Leaving Lochboisdale

For this bagpipe lesson I have chosen the slow air Leaving Lochboisdale. The tune was composed by the late Pipe Major John Wilson. It has been some time since we had a slow air. This one I think is a very nice unusual melody on B.

 

Listen to Bill's Audio Instruction
Leaving Lochboisdale - Slow Air

Download the music sheet for Leaving Lochboisdale

Click to download the tune notation for Leaving Lochboisdale

Lesson Pointers for Leaving Lochboisdale

Endeavour to play the short sixteenth note D's with high G grace note subtly without cutting harshly. There are two beats to the bar. The basic beat rhythm is 1–––, 2, 3––., with some variation on that on certain beats as in second beat first bar and elsewhere. Have good execution of the embellishments as usual where there is plenty of time in slow airs and the like.

The Fourth bar second part second beat is replaced as in repeat of the part, line 2, and as you can listen to in the audio file.

Additional Information

From what I can determine, the tune was written on leaving South Uist after competing at the games at Askernish, which at one point attracted all the very top pipers of the day – the Lochboisdale Hotel used to put them up when they came over to compete.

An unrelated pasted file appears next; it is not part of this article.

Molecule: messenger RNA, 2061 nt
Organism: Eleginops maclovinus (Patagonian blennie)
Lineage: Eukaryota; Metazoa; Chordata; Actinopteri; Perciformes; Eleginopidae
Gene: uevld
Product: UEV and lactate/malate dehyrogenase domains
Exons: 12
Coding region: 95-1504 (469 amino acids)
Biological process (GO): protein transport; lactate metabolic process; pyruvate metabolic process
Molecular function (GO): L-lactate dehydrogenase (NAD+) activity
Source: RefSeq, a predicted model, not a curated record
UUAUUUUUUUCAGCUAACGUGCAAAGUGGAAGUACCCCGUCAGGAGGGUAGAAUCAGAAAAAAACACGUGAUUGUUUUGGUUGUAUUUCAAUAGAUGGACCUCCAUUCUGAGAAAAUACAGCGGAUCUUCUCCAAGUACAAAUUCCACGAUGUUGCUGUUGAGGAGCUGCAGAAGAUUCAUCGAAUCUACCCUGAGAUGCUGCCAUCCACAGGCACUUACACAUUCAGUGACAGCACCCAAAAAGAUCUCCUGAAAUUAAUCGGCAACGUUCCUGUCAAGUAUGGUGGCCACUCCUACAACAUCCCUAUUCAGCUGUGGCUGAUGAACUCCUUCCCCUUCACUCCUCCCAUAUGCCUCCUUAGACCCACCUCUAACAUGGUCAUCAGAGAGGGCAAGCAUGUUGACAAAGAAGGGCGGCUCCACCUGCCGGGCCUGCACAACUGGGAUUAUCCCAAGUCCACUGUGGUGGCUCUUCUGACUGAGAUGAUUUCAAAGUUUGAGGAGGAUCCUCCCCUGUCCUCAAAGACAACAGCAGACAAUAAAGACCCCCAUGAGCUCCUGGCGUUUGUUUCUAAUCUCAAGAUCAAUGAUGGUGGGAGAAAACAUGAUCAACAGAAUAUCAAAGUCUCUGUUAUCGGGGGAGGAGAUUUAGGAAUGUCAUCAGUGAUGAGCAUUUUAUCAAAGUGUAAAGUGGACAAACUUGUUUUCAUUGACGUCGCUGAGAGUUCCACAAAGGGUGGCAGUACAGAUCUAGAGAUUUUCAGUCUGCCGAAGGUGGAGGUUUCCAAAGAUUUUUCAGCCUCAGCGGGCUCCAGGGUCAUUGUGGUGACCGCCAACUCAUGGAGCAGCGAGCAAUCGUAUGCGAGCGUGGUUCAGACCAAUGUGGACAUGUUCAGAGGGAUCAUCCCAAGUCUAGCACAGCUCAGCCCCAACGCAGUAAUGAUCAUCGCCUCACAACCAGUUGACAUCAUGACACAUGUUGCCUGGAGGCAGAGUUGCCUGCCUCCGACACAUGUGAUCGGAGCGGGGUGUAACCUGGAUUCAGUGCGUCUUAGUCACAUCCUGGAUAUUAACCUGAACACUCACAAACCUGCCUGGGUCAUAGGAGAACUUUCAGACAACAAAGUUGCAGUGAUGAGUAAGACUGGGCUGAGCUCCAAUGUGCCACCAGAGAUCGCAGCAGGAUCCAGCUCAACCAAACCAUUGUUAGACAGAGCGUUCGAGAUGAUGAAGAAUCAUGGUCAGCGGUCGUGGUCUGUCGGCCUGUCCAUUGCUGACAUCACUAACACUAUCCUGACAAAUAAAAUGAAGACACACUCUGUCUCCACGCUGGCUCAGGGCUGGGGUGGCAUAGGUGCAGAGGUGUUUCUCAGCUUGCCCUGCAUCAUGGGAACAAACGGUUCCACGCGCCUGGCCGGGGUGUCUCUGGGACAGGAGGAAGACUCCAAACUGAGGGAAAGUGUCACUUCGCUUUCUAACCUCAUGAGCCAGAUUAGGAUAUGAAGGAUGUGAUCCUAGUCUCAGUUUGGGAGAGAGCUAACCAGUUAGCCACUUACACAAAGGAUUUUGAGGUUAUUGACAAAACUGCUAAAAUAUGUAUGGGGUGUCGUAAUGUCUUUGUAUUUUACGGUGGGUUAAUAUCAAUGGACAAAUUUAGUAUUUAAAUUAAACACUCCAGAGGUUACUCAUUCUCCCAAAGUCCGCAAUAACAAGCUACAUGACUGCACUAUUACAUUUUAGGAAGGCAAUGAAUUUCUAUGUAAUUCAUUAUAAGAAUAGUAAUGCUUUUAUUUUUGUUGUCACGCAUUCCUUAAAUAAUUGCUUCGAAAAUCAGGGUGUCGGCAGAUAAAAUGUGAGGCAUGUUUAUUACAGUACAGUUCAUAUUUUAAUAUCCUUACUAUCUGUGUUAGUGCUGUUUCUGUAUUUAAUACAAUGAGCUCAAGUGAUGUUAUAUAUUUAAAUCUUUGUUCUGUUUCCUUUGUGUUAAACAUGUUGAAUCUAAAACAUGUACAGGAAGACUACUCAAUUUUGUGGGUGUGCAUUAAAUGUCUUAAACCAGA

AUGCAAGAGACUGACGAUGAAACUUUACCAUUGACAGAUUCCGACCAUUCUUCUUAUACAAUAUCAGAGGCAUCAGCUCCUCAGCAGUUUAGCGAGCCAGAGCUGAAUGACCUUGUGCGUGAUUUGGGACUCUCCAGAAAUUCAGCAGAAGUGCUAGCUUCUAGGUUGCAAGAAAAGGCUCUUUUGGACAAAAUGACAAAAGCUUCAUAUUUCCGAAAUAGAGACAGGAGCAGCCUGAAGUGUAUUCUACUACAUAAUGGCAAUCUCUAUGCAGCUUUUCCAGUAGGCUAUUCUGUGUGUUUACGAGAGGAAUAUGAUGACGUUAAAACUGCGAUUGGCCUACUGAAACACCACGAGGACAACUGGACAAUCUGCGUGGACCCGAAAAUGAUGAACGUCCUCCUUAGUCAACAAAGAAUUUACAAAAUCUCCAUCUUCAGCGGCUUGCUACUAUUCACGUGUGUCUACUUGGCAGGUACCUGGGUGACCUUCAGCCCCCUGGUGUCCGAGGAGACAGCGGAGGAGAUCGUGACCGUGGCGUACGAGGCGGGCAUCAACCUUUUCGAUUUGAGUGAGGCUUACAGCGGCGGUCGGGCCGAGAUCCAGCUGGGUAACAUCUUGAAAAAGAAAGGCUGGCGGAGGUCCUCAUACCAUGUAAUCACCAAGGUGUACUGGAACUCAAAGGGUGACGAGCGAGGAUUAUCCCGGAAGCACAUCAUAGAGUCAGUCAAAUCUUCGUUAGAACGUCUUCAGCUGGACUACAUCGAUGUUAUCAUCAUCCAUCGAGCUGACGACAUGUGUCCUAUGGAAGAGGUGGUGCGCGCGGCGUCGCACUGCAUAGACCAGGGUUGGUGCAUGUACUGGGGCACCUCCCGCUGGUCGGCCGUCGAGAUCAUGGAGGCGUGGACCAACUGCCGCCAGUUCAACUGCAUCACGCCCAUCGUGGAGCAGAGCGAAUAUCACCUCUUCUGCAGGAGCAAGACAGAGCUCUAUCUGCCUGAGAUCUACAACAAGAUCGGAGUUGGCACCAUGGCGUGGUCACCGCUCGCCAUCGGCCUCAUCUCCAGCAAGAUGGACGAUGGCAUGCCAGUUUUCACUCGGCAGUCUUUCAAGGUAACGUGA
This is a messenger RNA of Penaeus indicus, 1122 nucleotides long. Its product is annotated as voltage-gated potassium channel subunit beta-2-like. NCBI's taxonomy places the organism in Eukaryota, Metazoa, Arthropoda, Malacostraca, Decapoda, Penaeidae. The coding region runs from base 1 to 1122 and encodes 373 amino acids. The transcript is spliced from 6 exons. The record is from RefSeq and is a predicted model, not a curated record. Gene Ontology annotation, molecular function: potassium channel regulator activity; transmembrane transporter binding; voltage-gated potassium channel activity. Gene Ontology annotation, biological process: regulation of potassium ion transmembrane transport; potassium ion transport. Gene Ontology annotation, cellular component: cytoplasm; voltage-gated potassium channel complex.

Lochboisdale Harbor set in South Uist Outer HebridesLochboisdale Harbor set in South Uist Outer Hebrides

About Pipe Major John Wilson

John Wilson after winning the Gold Medal Argyllshire Gathering 1927John Wilson after winning the Gold Medal Argyllshire Gathering 1927

John Wilson was a well known piper who competed with much success in the solo competitions in Scotland, and who immigrated to Canada in 1948 where he was a great influence on Piping in Canada.

The following brief extract from the Canadian Encyclopedia website gives some indication: “However, much of the credit for the improvement of standards after World War II must go to John Wilson (1906-79), one of the most distinguished players and bagpipe composer of his generation who emigrated from Scotland and settled in Canada in 1948 and who taught nearly all the best soloists in Ontario and elsewhere.”

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